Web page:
"If we don't provide outstanding customer service," an employee said, "investors lose money, managers lose their positions and employees lose their jobs."
Everyone, it seems -- investors, owners, managers, supervisors and employees -- understands the importance of customer service.
But some may have forgotten author and consultant Tom Peters' second half of the equation for success: Remain close to employees.
Some managers appear to try to deliver customer satisfaction almost totally on the backs of employees.
* Customer gods. Employees in an organization complained that all they ever heard about was how they should make sacrifices for the good of the customer.
"We know we must provide exceptional service," one explained, "but you would think that management would show us a little appreciation as well."
* Unrealistic scheduling. Flexible scheduling and overtime are two ways that managers can use employees to efficiently serve customers. But these tactics have their limits.
A service organization delayed the announcement of their weekend work schedule until Thursdays so they could better predict peak weekend demand.
Further, when weekend peaks did not materialize, managers would send employees home in the middle of the day. Both morale and performance plummeted.
* Unrealistic expectations. High expectations usually result in better performances.
In recent years, a few managers, after seeing positive results from higher demands, continue to make even higher demands. However, after several months of unrealistically high expectations, stress and frustration lower the quality of service.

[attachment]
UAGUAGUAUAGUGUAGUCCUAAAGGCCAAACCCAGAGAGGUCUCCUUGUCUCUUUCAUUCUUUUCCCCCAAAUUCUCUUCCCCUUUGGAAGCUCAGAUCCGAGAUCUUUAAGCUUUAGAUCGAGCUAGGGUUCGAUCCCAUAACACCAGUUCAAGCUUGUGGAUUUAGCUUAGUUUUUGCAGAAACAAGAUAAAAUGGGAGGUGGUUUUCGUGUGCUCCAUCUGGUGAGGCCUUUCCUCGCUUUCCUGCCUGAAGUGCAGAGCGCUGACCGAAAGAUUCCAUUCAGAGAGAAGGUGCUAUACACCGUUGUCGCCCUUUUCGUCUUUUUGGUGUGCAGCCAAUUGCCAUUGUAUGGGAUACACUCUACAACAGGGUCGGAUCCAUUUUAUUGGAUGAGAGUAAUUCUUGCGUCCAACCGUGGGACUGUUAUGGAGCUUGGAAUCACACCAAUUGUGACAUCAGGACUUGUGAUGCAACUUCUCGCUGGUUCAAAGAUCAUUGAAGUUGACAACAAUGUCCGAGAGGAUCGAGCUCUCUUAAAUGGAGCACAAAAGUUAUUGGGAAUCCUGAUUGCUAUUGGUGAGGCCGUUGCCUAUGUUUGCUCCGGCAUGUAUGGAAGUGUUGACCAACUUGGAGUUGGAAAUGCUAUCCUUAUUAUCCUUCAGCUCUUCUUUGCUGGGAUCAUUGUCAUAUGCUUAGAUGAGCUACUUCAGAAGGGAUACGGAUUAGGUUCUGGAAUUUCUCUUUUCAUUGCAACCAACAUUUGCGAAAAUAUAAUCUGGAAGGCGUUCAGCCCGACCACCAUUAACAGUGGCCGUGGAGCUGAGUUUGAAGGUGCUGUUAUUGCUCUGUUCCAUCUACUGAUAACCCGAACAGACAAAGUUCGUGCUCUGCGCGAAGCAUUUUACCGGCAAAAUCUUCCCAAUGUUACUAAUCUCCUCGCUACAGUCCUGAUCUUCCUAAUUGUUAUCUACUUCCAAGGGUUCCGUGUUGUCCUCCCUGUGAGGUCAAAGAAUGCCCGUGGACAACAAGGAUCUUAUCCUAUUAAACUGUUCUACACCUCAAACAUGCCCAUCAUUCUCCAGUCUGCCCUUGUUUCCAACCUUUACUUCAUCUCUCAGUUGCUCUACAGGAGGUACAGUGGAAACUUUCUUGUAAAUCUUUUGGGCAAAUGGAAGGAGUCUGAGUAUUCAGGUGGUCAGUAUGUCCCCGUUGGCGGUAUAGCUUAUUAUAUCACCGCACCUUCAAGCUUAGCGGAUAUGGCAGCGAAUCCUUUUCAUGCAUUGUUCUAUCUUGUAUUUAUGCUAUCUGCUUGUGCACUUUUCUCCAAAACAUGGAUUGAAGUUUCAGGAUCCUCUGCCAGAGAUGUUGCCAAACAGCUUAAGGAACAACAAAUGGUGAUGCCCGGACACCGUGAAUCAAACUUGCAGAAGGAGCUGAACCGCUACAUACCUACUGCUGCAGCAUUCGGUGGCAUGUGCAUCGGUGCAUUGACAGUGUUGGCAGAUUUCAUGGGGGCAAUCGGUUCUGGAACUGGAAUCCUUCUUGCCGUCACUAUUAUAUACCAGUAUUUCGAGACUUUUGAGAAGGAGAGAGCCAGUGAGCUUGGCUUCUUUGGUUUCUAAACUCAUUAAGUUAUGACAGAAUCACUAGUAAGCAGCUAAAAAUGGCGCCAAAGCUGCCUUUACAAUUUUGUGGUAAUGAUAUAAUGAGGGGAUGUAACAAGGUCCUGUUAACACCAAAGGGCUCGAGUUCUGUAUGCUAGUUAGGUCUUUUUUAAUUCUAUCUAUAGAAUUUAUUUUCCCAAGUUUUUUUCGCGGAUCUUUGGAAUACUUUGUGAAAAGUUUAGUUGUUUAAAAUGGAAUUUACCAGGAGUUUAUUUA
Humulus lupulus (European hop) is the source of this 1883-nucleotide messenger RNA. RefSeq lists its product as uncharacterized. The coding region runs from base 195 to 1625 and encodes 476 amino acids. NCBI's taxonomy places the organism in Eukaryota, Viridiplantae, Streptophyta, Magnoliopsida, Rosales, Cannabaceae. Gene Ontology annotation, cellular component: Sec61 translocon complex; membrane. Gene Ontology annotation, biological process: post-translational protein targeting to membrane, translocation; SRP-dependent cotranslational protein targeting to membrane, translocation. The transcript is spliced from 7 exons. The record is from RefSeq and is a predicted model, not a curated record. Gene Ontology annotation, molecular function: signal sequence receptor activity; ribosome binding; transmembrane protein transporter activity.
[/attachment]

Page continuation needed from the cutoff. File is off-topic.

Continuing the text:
* Unnecessary wage resistance. In a few organizations, where profits are increasing faster than industry averages, managers are still holding the line on wage increases. They make the case to employees by communicating the message, "Customers are tTC demanding that we hold the line on our pricing."
When reasonably applied, all of the above practices will likely be accepted. However, when management yields to the temptation improving customer service at the expense of fair treatment to employees, the success is likely to be short-lived.
Gerald Graham is a professor at Wichita State University and a management consultant. Send questions to The Wichita Eagle, Box 820, Wichita, Kan. 67201.
Check your employee relations
Respond to the following by using the scale: 4 equals strongly agree, 3 equals agree, 2 equals disagree, 1 equals strongly disagree.
In our attempts to provide exceptional customer service, we have:
* Encouraged more employee involvement in decision making.
* Staffed to deliver excellent service, even during peak periods.
* Increased our appreciation of our employees.
* Provided outstanding support to employees.
* Rewarded employees fairly.
* Communicated more effectively with employees.
* Generously allowed employees to receive benefits of our success.
* Made employees more of a partner in our efforts.
* Increased employee training.
* Earned more loyalty from our employees.
A score of 30 points or less suggests that you may be overlooking the role of your employees in your efforts to serve your customers.